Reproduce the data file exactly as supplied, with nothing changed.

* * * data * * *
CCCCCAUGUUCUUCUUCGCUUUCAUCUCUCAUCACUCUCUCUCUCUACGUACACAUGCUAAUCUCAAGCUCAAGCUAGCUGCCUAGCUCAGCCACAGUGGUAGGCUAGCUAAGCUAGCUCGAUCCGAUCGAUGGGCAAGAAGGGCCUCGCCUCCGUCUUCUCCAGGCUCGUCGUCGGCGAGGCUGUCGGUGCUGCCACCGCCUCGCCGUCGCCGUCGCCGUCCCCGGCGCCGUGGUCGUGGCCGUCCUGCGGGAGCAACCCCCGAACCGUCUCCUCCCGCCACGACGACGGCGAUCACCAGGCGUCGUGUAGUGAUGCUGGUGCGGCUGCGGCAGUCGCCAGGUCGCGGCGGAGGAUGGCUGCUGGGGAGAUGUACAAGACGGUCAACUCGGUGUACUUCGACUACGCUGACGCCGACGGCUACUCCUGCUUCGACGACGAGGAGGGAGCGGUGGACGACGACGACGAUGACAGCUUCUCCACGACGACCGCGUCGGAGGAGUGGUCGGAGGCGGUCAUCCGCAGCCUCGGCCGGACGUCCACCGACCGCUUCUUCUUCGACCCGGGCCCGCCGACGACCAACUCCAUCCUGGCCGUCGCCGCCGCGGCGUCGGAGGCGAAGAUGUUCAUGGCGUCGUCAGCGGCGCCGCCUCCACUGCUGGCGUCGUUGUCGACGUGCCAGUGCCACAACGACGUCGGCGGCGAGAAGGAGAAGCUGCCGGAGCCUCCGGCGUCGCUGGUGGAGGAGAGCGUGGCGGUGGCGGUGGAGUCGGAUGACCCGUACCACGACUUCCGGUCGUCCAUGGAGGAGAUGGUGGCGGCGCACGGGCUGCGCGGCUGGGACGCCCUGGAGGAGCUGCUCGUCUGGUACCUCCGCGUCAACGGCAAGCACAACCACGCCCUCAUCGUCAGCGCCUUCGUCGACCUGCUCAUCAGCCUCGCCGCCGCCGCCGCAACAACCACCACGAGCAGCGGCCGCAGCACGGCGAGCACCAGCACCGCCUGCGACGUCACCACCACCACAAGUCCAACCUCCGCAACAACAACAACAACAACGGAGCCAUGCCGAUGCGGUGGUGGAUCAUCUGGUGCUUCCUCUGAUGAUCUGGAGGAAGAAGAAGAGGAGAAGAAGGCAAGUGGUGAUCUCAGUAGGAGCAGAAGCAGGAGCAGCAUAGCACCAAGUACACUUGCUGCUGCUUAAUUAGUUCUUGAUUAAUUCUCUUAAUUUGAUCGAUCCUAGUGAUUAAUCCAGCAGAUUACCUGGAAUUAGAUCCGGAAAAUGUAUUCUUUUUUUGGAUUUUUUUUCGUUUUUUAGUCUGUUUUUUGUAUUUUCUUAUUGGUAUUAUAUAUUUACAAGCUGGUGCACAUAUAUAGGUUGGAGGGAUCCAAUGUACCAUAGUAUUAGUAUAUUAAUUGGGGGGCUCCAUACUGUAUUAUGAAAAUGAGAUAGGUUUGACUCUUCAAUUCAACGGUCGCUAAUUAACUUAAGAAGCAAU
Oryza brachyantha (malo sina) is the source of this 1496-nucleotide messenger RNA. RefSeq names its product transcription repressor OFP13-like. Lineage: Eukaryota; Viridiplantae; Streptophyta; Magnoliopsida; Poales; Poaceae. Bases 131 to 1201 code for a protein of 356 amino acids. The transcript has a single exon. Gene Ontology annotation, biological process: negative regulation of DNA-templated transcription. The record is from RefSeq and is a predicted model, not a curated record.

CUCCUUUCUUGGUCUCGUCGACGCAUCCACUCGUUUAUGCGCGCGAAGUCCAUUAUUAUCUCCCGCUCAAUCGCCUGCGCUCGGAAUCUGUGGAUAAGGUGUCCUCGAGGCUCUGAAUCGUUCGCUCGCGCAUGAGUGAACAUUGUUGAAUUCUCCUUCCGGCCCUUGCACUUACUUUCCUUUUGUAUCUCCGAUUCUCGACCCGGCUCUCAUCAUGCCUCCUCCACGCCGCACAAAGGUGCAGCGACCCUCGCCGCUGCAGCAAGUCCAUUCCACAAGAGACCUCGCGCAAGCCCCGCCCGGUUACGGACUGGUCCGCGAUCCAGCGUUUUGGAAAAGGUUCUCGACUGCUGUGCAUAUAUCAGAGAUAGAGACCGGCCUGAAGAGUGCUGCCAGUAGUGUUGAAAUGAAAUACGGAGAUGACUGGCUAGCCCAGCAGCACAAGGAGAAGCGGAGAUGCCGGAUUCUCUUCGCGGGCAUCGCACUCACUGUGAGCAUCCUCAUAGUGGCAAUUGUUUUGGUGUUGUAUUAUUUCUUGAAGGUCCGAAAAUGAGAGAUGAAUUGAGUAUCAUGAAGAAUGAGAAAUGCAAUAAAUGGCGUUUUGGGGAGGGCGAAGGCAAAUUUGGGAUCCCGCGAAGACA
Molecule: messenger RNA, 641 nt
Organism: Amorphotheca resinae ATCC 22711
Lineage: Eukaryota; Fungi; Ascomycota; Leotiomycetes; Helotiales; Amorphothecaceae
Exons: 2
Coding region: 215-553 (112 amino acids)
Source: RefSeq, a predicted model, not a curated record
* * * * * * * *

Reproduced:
CCCCCAUGUUCUUCUUCGCUUUCAUCUCUCAUCACUCUCUCUCUCUACGUACACAUGCUAAUCUCAAGCUCAAGCUAGCUGCCUAGCUCAGCCACAGUGGUAGGCUAGCUAAGCUAGCUCGAUCCGAUCGAUGGGCAAGAAGGGCCUCGCCUCCGUCUUCUCCAGGCUCGUCGUCGGCGAGGCUGUCGGUGCUGCCACCGCCUCGCCGUCGCCGUCGCCGUCCCCGGCGCCGUGGUCGUGGCCGUCCUGCGGGAGCAACCCCCGAACCGUCUCCUCCCGCCACGACGACGGCGAUCACCAGGCGUCGUGUAGUGAUGCUGGUGCGGCUGCGGCAGUCGCCAGGUCGCGGCGGAGGAUGGCUGCUGGGGAGAUGUACAAGACGGUCAACUCGGUGUACUUCGACUACGCUGACGCCGACGGCUACUCCUGCUUCGACGACGAGGAGGGAGCGGUGGACGACGACGACGAUGACAGCUUCUCCACGACGACCGCGUCGGAGGAGUGGUCGGAGGCGGUCAUCCGCAGCCUCGGCCGGACGUCCACCGACCGCUUCUUCUUCGACCCGGGCCCGCCGACGACCAACUCCAUCCUGGCCGUCGCCGCCGCGGCGUCGGAGGCGAAGAUGUUCAUGGCGUCGUCAGCGGCGCCGCCUCCACUGCUGGCGUCGUUGUCGACGUGCCAGUGCCACAACGACGUCGGCGGCGAGAAGGAGAAGCUGCCGGAGCCUCCGGCGUCGCUGGUGGAGGAGAGCGUGGCGGUGGCGGUGGAGUCGGAUGACCCGUACCACGACUUCCGGUCGUCCAUGGAGGAGAUGGUGGCGGCGCACGGGCUGCGCGGCUGGGACGCCCUGGAGGAGCUGCUCGUCUGGUACCUCCGCGUCAACGGCAAGCACAACCACGCCCUCAUCGUCAGCGCCUUCGUCGACCUGCUCAUCAGCCUCGCCGCCGCCGCCGCAACAACCACCACGAGCAGCGGCCGCAGCACGGCGAGCACCAGCACCGCCUGCGACGUCACCACCACCACAAGUCCAACCUCCGCAACAACAACAACAACAACGGAGCCAUGCCGAUGCGGUGGUGGAUCAUCUGGUGCUUCCUCUGAUGAUCUGGAGGAAGAAGAAGAGGAGAAGAAGGCAAGUGGUGAUCUCAGUAGGAGCAGAAGCAGGAGCAGCAUAGCACCAAGUACACUUGCUGCUGCUUAAUUAGUUCUUGAUUAAUUCUCUUAAUUUGAUCGAUCCUAGUGAUUAAUCCAGCAGAUUACCUGGAAUUAGAUCCGGAAAAUGUAUUCUUUUUUUGGAUUUUUUUUCGUUUUUUAGUCUGUUUUUUGUAUUUUCUUAUUGGUAUUAUAUAUUUACAAGCUGGUGCACAUAUAUAGGUUGGAGGGAUCCAAUGUACCAUAGUAUUAGUAUAUUAAUUGGGGGGCUCCAUACUGUAUUAUGAAAAUGAGAUAGGUUUGACUCUUCAAUUCAACGGUCGCUAAUUAACUUAAGAAGCAAU
Oryza brachyantha (malo sina) is the source of this 1496-nucleotide messenger RNA. RefSeq names its product transcription repressor OFP13-like. Lineage: Eukaryota; Viridiplantae; Streptophyta; Magnoliopsida; Poales; Poaceae. Bases 131 to 1201 code for a protein of 356 amino acids. The transcript has a single exon. Gene Ontology annotation, biological process: negative regulation of DNA-templated transcription. The record is from RefSeq and is a predicted model, not a curated record.

CUCCUUUCUUGGUCUCGUCGACGCAUCCACUCGUUUAUGCGCGCGAAGUCCAUUAUUAUCUCCCGCUCAAUCGCCUGCGCUCGGAAUCUGUGGAUAAGGUGUCCUCGAGGCUCUGAAUCGUUCGCUCGCGCAUGAGUGAACAUUGUUGAAUUCUCCUUCCGGCCCUUGCACUUACUUUCCUUUUGUAUCUCCGAUUCUCGACCCGGCUCUCAUCAUGCCUCCUCCACGCCGCACAAAGGUGCAGCGACCCUCGCCGCUGCAGCAAGUCCAUUCCACAAGAGACCUCGCGCAAGCCCCGCCCGGUUACGGACUGGUCCGCGAUCCAGCGUUUUGGAAAAGGUUCUCGACUGCUGUGCAUAUAUCAGAGAUAGAGACCGGCCUGAAGAGUGCUGCCAGUAGUGUUGAAAUGAAAUACGGAGAUGACUGGCUAGCCCAGCAGCACAAGGAGAAGCGGAGAUGCCGGAUUCUCUUCGCGGGCAUCGCACUCACUGUGAGCAUCCUCAUAGUGGCAAUUGUUUUGGUGUUGUAUUAUUUCUUGAAGGUCCGAAAAUGAGAGAUGAAUUGAGUAUCAUGAAGAAUGAGAAAUGCAAUAAAUGGCGUUUUGGGGAGGGCGAAGGCAAAUUUGGGAUCCCGCGAAGACA
Molecule: messenger RNA, 641 nt
Organism: Amorphotheca resinae ATCC 22711
Lineage: Eukaryota; Fungi; Ascomycota; Leotiomycetes; Helotiales; Amorphothecaceae
Exons: 2
Coding region: 215-553 (112 amino acids)
Source: RefSeq, a predicted model, not a curated record